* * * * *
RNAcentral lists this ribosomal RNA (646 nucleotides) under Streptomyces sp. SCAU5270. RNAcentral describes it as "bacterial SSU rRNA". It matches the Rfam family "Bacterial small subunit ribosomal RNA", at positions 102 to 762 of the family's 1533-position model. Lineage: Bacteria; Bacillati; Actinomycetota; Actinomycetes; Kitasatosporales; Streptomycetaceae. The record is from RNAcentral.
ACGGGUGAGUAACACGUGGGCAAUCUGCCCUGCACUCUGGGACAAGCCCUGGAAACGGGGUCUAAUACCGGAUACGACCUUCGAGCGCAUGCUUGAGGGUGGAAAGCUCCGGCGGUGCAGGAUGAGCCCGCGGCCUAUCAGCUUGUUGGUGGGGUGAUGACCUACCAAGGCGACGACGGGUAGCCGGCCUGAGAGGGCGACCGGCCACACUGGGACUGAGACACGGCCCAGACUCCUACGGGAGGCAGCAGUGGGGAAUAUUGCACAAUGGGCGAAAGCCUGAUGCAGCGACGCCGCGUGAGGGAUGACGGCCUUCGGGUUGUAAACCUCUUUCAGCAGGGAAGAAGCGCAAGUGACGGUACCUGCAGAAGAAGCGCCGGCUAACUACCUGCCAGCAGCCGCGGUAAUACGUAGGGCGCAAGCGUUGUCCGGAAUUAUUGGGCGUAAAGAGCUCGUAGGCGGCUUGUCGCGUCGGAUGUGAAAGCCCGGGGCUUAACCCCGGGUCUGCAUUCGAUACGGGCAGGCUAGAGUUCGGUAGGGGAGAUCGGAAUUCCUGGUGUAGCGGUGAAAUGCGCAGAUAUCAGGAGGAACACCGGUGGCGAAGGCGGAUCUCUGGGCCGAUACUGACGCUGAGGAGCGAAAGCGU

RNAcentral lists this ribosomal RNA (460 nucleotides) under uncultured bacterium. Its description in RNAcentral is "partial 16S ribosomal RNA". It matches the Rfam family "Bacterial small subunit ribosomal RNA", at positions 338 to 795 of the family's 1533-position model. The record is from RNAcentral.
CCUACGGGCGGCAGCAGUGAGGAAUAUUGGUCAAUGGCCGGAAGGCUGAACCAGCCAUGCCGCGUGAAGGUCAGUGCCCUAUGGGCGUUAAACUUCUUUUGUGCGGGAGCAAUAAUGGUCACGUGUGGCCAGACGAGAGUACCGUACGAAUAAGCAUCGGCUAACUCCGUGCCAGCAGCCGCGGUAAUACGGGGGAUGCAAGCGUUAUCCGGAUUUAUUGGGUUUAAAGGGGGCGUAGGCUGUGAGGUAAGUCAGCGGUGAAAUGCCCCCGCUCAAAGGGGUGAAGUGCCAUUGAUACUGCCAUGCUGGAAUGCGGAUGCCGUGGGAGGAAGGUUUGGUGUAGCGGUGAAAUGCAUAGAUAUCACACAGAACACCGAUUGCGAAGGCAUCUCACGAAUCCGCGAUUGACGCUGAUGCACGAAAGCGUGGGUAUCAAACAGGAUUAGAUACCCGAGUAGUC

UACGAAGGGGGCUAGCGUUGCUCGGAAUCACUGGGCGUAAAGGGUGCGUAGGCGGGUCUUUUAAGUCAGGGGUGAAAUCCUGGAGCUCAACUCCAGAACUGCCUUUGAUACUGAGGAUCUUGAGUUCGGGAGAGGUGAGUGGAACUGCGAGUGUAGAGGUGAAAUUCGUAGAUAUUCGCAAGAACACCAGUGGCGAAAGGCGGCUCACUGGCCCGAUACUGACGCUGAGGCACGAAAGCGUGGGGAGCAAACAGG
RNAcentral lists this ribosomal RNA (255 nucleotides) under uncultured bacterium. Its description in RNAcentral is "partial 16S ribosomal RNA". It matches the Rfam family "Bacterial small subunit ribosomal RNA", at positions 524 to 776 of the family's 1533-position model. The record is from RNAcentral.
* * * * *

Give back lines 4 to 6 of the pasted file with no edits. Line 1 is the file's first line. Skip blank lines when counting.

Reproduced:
CCUACGGGCGGCAGCAGUGAGGAAUAUUGGUCAAUGGCCGGAAGGCUGAACCAGCCAUGCCGCGUGAAGGUCAGUGCCCUAUGGGCGUUAAACUUCUUUUGUGCGGGAGCAAUAAUGGUCACGUGUGGCCAGACGAGAGUACCGUACGAAUAAGCAUCGGCUAACUCCGUGCCAGCAGCCGCGGUAAUACGGGGGAUGCAAGCGUUAUCCGGAUUUAUUGGGUUUAAAGGGGGCGUAGGCUGUGAGGUAAGUCAGCGGUGAAAUGCCCCCGCUCAAAGGGGUGAAGUGCCAUUGAUACUGCCAUGCUGGAAUGCGGAUGCCGUGGGAGGAAGGUUUGGUGUAGCGGUGAAAUGCAUAGAUAUCACACAGAACACCGAUUGCGAAGGCAUCUCACGAAUCCGCGAUUGACGCUGAUGCACGAAAGCGUGGGUAUCAAACAGGAUUAGAUACCCGAGUAGUC

UACGAAGGGGGCUAGCGUUGCUCGGAAUCACUGGGCGUAAAGGGUGCGUAGGCGGGUCUUUUAAGUCAGGGGUGAAAUCCUGGAGCUCAACUCCAGAACUGCCUUUGAUACUGAGGAUCUUGAGUUCGGGAGAGGUGAGUGGAACUGCGAGUGUAGAGGUGAAAUUCGUAGAUAUUCGCAAGAACACCAGUGGCGAAAGGCGGCUCACUGGCCCGAUACUGACGCUGAGGCACGAAAGCGUGGGGAGCAAACAGG
RNAcentral lists this ribosomal RNA (255 nucleotides) under uncultured bacterium. Its description in RNAcentral is "partial 16S ribosomal RNA". It matches the Rfam family "Bacterial small subunit ribosomal RNA", at positions 524 to 776 of the family's 1533-position model. The record is from RNAcentral.